Dacian Ciolos: Good afternoon. Congratulations, Olga, for the strength you found to continue your way in life despite what people offered you and congratulations to those who found the wisdom, by that time and ever since then, to demonstrate that nothing is irreversible and that along with funds and laws, we can find in us the force and love, and the determination to overcome the most critical moments that this country was confronted with. This issue of institutionalized children was and is one of the critical problems our country is confronted with, and this is why, we should demonstrate that we are able to solve it, and find a resolution for it through ourselves and not just pushed by those outside. Congratulations “Hope and Homes for Children”, for what they achieved and those who helped us that way, but, first of all, we should find the determination in ourselves. I am sure that this problem of institutionalized children is like a test for us, so that we can demonstrate that beyond the love we can find for the one close to us, the family, we can find love to take our children home, as these are our children, are the children of the country, and the way in which we are able to care for them and help them find their way in life, proves that each of us is able to give this country and this nation a path as we want and we wanted it back then, in December 1989. Romania started in 1990 with 100,000 institutionalized children in over 700 centers and, slowly, things have changed. Unfortunately, today, we still have 57,000 children who, in one way or another, are not in their families; for much of them, solutions were found in other families or are cared for by social workers or are in centers that are more welcoming, but the problem still is not resolved. And that’s why I want to tell you that the objective that we take as a state – and here I speak for the government – and I am convinced that this objective will be fully met, regardless of who will be prime minister or the Government that will be in office. The objective we have set is that in 2020, we no longer have children in institutionalized centers. Those 8,000 children Mr. Dărăbuş was talking about – to be able to take them into families and to find them a place to find love around them, to find the wisdom of caregivers so as these children are able to find a way in life. But this is not enough. It is important to have the strength and wisdom to stop the bleeding, so that other children do not add to those whom we wish to see in families, and see them with a purpose in life. These are the two objectives that we meet through this package of measures against poverty which the Government released, and that bring together more financial resources from various sources, several measures, in order to create a safety net for those most vulnerable among us, to be able to overcome difficult times in different stages of life, to reach to be able to go to kindergarten, to be able to go to school despite the difficulties that some families may face and then, they should find a job, find housing. Therefore I wanted to put various measures – which were disparate and were treated coldly, institutionally – in a package for those people determined to find solutions, and who will also have the instrument for it, as many times, we have laws that can be good, we have money, but we do not find the structure, the framework whereby all these put together meet with the determined people, who are able to use these instruments so that we avoid reaching such problems, or to resolve emerging problems. Other objective that we meet is that over the next months, we find solution that these measures that the state makes available, can benefit and be used not only by state institutions –which have already changed, turned by a lot in good, but they still need further development to boost their efficiency, but also non governmental organizations that have demonstrated lately that they know to use these resources efficiently, and that alongside funds and laws, they find love to care for these children. I want to tell everybody who is in this room, representatives of NGOs, that “ yes, we need you”. The state needs you so that we find lasting solutions together for such things not to happen again in Romania and for us to be able, as of 2020 onwards, to look into these children’s eyes and to promise them a future. It is also important to find resources for families in difficulty to receive the support they need to keep their children, because I am sure that no parent wants to abandon their children when he has the means to provide him a future. Therefore, congratulations “Hope and Homes for Children”, congratulations to all who initiated this law and once again, I am leaving from here hoping that we will all find in us the love that would allow us to find solutions to the problems we are facing. Thank you.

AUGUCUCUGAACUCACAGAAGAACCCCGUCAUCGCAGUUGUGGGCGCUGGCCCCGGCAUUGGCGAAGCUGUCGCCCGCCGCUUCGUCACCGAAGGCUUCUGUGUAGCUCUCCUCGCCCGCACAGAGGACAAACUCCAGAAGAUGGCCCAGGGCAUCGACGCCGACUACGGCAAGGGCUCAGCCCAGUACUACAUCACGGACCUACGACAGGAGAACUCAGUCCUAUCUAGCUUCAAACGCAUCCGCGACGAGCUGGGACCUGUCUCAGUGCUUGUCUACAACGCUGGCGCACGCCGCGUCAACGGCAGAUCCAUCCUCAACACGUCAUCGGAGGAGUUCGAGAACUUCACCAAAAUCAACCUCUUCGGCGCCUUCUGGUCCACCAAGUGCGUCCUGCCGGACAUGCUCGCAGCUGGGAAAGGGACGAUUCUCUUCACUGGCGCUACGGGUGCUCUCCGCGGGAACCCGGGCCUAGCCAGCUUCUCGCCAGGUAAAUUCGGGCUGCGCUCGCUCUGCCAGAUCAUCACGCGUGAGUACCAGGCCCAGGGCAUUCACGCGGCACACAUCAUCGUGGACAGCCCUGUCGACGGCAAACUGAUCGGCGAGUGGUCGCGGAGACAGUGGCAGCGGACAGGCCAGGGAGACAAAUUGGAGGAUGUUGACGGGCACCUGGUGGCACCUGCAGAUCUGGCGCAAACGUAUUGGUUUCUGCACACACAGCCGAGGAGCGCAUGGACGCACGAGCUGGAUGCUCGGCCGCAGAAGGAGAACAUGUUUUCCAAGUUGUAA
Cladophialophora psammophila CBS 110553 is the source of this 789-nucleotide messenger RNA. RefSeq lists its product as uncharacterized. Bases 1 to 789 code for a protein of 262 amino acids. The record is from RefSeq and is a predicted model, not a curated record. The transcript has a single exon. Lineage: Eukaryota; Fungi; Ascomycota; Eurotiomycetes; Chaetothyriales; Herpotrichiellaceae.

Romania- New Adoption Law in Effect.